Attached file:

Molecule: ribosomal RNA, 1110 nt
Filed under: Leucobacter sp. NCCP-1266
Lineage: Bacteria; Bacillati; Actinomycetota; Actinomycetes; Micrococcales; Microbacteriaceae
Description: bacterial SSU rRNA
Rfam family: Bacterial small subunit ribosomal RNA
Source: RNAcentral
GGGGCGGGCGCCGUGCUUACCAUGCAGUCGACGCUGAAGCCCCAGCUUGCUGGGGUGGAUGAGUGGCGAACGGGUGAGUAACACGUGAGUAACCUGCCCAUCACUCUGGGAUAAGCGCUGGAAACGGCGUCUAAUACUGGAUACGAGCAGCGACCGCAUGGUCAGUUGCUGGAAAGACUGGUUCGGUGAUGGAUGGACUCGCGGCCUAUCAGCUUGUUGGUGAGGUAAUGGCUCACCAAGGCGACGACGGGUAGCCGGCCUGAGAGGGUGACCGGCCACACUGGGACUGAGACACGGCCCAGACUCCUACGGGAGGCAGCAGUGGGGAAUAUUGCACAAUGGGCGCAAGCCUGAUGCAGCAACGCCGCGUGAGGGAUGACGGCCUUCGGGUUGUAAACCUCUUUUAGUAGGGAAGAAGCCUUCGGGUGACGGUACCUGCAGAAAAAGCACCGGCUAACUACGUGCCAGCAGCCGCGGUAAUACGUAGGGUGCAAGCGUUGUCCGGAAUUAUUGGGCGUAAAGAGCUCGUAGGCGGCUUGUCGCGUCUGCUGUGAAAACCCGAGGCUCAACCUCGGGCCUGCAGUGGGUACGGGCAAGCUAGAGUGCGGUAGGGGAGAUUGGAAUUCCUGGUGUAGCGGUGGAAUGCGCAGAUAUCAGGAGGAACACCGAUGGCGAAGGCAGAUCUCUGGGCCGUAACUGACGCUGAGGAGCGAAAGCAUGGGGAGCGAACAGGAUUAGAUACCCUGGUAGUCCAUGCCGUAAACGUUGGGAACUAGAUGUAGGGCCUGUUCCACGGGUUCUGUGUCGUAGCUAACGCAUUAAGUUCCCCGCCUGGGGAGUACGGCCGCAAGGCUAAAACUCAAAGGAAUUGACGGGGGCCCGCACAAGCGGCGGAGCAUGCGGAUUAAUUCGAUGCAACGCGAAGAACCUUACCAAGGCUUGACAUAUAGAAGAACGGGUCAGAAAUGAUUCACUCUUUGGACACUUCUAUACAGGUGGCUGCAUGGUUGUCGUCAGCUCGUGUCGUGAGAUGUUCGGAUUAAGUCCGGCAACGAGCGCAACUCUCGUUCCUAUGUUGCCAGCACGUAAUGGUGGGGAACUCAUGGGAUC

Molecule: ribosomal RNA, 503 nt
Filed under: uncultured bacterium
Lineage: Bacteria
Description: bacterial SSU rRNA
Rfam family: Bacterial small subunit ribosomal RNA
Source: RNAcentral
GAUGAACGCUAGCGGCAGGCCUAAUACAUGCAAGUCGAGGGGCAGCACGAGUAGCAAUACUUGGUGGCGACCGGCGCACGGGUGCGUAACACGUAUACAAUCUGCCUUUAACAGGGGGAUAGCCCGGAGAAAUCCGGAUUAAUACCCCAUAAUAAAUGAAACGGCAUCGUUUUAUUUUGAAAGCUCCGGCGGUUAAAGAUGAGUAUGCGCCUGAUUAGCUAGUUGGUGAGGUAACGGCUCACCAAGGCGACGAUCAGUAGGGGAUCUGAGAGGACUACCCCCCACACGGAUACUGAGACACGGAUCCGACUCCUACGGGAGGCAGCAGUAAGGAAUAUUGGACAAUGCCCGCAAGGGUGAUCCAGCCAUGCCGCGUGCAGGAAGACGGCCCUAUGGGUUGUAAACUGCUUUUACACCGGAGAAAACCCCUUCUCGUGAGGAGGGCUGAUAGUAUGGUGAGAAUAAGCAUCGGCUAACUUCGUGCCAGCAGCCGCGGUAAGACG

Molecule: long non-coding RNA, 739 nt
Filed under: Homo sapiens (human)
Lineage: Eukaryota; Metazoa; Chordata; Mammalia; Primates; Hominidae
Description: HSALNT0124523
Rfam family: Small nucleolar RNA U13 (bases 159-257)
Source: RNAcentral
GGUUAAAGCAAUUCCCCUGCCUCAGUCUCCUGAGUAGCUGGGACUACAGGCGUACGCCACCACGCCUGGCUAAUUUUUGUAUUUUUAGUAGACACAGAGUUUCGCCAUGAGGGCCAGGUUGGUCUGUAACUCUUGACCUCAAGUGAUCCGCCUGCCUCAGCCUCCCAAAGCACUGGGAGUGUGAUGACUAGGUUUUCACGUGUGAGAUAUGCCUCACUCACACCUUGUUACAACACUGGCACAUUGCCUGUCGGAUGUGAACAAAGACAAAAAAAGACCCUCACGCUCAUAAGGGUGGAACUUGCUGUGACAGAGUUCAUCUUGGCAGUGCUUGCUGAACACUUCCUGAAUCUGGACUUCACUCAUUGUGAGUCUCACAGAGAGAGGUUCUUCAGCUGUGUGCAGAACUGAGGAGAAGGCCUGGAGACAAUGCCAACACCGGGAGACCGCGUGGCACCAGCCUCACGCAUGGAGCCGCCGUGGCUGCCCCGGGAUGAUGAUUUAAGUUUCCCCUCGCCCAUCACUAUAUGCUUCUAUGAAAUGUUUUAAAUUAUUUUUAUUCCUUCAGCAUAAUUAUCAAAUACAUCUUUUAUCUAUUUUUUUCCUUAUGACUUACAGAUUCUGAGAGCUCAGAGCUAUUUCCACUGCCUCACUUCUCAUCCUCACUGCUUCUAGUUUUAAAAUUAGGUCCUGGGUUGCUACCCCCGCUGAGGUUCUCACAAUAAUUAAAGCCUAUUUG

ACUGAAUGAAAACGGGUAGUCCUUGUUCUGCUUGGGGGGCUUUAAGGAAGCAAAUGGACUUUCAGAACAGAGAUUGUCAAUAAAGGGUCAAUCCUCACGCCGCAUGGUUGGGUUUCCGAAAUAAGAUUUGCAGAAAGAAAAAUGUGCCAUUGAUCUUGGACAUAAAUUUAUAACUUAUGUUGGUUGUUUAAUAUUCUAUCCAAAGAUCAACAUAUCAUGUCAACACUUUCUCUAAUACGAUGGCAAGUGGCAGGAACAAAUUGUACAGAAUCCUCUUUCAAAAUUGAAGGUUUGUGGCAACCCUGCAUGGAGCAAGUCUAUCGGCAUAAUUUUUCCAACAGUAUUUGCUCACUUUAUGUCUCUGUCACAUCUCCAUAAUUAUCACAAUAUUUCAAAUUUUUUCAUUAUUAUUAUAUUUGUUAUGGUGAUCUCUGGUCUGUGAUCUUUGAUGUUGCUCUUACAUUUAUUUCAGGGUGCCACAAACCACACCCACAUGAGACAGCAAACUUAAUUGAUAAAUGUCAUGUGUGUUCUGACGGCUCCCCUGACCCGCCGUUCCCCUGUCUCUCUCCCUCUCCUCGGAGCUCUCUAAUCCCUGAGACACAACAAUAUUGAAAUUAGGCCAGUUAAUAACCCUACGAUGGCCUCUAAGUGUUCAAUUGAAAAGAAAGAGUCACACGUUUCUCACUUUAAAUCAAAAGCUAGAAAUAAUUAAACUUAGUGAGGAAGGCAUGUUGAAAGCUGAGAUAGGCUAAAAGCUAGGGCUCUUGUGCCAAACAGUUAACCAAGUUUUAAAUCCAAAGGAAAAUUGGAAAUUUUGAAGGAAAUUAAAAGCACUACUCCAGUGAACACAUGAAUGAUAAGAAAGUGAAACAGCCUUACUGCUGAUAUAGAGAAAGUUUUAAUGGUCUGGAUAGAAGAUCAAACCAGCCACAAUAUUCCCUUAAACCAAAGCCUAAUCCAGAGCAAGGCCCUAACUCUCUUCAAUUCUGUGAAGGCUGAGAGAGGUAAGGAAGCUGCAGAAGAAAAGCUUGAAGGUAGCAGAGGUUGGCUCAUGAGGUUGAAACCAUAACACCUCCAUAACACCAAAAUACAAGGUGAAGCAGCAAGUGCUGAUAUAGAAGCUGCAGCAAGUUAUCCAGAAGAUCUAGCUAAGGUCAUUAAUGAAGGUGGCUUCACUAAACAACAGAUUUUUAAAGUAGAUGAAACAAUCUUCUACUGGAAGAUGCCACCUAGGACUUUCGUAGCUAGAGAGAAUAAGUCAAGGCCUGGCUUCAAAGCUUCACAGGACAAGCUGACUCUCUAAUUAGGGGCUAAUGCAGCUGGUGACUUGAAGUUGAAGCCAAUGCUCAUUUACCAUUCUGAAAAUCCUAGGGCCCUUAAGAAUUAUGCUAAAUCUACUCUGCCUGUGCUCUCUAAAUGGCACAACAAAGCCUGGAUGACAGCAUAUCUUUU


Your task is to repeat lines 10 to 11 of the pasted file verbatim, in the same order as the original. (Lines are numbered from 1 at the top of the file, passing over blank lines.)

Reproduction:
Lineage: Bacteria
Description: bacterial SSU rRNA